EI: During the electoral campaign [leading up to the municipal elections last November] they called all the journalists to a meeting and said that we should not bring out political loyalties with us to work. I said that I agreed with the policy, but that they shouldn't ask that of us if just a couple of hours beforehand Danilo Aguirre had appeared in a press conference as a member of a group which defines itself as a government opponent. ... 

During my time at El Nuevo Diario I didn't keep my criteria quiet. Everything that I am now saying in public, I would say it constantly, daily, at meetings. I even had the courage to question Danilo Aguirre in a meeting with the entire editorial team.

After that meeting someone said to me "Eloisa, Aguirre will never forgive you for that." Just like in the past people said to me that the Chamorros would never forgive me for including Jaime Chamorro's name in my investigation about the CENIS scandal. ...

AM: So you would have had to have a clear confrontative position, let's say, against the government in order to preserve your job? Is that the logic of employment within the newspaper?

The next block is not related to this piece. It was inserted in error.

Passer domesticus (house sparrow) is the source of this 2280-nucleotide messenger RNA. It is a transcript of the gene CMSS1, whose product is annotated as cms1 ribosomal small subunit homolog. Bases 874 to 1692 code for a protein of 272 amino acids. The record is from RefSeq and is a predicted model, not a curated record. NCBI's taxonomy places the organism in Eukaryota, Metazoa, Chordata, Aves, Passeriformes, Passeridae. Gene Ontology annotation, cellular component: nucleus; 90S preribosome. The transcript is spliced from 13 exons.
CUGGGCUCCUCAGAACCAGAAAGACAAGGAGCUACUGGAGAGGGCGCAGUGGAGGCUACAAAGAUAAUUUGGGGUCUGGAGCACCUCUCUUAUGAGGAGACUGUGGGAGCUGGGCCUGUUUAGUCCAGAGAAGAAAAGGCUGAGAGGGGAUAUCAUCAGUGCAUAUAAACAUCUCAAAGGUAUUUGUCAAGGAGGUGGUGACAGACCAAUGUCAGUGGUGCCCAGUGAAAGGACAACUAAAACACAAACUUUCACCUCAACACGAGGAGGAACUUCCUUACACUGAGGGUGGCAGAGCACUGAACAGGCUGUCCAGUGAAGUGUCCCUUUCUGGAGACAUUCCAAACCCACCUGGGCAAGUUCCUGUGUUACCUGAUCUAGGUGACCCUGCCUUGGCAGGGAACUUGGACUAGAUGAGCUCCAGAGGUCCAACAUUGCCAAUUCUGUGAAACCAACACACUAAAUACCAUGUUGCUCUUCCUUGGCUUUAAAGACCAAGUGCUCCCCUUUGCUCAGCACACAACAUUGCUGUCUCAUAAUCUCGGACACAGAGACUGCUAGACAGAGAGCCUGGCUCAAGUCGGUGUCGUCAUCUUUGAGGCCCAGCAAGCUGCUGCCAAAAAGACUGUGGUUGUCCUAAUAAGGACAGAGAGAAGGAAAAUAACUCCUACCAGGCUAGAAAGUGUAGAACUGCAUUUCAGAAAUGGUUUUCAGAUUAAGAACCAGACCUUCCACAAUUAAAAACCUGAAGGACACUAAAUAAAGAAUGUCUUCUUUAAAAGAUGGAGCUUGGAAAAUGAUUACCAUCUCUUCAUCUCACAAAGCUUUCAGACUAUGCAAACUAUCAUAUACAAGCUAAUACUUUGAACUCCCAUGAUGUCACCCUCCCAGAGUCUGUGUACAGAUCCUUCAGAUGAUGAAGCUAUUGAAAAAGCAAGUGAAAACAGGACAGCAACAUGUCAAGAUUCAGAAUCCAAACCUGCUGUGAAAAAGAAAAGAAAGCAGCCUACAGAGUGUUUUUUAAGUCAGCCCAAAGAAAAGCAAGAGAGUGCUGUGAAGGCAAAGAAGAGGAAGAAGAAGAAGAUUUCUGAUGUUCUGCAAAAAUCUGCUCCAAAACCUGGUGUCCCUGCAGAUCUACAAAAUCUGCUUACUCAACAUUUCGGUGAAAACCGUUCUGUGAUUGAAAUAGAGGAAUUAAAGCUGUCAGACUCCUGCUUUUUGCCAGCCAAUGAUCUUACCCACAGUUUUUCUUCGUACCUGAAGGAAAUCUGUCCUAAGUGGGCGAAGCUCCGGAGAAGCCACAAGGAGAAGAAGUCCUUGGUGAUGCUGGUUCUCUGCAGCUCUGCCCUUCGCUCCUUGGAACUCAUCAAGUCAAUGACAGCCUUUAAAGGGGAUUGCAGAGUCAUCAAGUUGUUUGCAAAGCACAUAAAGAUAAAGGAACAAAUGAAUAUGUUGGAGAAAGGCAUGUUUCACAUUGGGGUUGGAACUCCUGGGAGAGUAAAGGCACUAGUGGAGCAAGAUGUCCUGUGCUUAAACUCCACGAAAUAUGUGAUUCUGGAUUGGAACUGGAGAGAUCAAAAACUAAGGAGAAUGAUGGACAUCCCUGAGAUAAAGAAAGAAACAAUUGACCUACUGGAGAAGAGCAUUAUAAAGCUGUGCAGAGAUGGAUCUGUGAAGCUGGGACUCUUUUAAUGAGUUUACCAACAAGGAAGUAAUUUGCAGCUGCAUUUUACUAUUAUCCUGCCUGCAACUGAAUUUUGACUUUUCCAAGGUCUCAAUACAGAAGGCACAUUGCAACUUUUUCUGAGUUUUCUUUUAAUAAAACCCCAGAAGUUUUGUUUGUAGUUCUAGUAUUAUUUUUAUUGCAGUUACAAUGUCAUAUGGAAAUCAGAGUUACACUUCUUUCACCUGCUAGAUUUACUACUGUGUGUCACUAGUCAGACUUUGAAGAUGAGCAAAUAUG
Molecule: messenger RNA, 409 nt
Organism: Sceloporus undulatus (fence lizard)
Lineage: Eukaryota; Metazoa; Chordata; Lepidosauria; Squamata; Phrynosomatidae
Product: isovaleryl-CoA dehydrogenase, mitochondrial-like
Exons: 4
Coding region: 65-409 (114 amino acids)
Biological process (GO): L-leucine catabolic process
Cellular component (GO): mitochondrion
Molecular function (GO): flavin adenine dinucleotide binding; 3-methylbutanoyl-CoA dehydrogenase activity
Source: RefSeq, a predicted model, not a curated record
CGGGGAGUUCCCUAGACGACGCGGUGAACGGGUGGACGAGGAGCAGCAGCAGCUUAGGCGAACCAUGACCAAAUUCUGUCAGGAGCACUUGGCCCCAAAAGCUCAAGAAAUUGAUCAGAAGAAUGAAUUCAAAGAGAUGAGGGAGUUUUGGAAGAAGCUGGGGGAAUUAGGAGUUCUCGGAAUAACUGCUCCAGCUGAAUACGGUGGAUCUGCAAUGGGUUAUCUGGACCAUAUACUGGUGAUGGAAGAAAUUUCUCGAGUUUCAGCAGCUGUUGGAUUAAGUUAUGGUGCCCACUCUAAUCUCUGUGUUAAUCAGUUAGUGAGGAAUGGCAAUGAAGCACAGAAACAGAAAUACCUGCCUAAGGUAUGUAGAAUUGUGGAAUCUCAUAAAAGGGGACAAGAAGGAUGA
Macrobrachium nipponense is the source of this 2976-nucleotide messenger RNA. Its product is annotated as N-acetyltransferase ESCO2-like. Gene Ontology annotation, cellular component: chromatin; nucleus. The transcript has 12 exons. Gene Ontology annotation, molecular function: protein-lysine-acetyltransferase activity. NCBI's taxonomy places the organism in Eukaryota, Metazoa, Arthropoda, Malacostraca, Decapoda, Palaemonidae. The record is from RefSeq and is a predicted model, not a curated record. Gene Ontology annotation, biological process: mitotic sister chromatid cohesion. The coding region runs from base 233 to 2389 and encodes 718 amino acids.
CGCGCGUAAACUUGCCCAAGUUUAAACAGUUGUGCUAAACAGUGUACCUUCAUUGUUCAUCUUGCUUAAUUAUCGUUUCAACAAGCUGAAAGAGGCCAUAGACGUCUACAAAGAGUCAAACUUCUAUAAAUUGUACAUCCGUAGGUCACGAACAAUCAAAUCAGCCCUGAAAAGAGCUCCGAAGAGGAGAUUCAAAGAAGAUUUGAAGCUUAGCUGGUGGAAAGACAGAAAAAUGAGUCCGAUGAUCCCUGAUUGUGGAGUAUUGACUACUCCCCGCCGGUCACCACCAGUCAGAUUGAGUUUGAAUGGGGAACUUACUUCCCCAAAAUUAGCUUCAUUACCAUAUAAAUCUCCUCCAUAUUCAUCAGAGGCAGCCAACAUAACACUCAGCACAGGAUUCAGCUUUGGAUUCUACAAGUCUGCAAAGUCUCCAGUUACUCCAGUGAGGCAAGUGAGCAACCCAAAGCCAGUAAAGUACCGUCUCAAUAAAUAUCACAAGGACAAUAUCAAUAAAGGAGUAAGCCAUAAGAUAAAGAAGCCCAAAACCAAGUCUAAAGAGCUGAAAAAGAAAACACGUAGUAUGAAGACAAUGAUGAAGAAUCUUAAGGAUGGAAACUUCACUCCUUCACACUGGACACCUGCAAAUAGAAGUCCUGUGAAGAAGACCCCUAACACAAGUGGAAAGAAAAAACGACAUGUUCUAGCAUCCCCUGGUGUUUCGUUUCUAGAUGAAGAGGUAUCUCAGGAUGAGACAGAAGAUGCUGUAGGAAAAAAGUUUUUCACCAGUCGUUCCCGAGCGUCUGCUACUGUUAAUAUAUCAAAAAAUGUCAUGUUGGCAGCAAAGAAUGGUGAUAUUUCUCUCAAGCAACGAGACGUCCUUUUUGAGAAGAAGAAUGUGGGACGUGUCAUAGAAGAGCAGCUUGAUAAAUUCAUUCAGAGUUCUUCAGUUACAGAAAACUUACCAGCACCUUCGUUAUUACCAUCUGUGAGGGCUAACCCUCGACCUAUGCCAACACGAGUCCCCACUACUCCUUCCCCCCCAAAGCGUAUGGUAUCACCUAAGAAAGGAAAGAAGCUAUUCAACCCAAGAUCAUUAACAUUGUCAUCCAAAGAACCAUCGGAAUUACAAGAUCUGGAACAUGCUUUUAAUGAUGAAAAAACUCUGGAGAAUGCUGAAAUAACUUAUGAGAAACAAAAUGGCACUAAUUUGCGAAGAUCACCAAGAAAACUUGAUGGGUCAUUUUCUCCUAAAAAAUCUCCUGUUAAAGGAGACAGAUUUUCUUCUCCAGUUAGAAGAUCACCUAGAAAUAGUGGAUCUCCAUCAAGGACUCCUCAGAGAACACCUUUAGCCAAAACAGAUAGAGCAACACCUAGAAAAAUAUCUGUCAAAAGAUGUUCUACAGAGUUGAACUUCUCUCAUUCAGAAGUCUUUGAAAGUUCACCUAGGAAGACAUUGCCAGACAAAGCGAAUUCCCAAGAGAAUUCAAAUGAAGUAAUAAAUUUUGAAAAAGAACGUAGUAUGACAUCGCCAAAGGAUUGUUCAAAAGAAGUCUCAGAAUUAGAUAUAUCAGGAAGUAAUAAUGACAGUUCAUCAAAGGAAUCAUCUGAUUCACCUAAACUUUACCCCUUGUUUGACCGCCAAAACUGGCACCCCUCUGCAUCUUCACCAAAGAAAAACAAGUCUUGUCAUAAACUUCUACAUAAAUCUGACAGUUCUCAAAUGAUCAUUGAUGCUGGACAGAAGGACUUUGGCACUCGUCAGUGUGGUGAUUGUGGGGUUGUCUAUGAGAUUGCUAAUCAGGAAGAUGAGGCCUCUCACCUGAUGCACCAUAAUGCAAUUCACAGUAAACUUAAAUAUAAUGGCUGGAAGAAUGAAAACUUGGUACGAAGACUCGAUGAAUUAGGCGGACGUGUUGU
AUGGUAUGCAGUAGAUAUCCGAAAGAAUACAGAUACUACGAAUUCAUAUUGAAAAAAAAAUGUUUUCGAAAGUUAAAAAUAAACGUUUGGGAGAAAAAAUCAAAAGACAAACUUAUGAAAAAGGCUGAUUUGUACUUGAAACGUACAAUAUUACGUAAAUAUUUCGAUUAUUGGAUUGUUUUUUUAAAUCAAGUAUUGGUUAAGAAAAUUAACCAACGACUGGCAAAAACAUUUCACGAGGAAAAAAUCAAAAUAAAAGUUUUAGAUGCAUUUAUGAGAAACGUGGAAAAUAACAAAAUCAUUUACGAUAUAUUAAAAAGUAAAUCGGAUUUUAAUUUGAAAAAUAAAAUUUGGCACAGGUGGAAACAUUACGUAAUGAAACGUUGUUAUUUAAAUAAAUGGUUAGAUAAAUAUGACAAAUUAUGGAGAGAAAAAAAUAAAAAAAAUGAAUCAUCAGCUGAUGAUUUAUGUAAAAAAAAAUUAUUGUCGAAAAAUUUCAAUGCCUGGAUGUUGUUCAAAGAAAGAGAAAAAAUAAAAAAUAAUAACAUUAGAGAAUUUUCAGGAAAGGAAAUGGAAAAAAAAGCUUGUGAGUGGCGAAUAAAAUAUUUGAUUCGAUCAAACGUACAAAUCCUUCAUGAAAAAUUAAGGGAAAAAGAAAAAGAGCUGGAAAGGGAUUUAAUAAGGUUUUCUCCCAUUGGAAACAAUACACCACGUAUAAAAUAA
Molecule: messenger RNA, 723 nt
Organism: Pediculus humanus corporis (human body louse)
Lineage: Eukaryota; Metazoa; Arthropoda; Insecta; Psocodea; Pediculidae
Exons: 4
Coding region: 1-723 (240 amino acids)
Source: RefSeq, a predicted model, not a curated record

EI: Yes, that's right. And that is why I have insisted that us journalists have to overcome our fear, we cannot go on allowing ourselves to be hijacked by the owners of big media. They cannot oblige us to go on telling lies in order to keep our jobs.

I think that right now it is more necessary than ever that the media acts responsably. Considering the situation in Nicaragua at the moment, for the good of the country, we cannot go on inventing, creating situations just because of some political or economic interest.

AM: You mentioned the word lie. What are you refering to?

EI: For example, how can one permit a headline when the government intervened in Tropigas saying "They confiscated Tropigas"? They know perfectly well that it wasn't a confiscation, it was an intervention. Doctor Danilo Aguirre is a lawyer and knows what a confiscation is and what an intervention is. Deep down they knew perfectly well that [what the government did] benefitted ordinary people. ...

AM: It is an unscrupulous thing to do. It also reflects an attitude of hate, ... there is terrible personal personal hatred there. I don't understand it.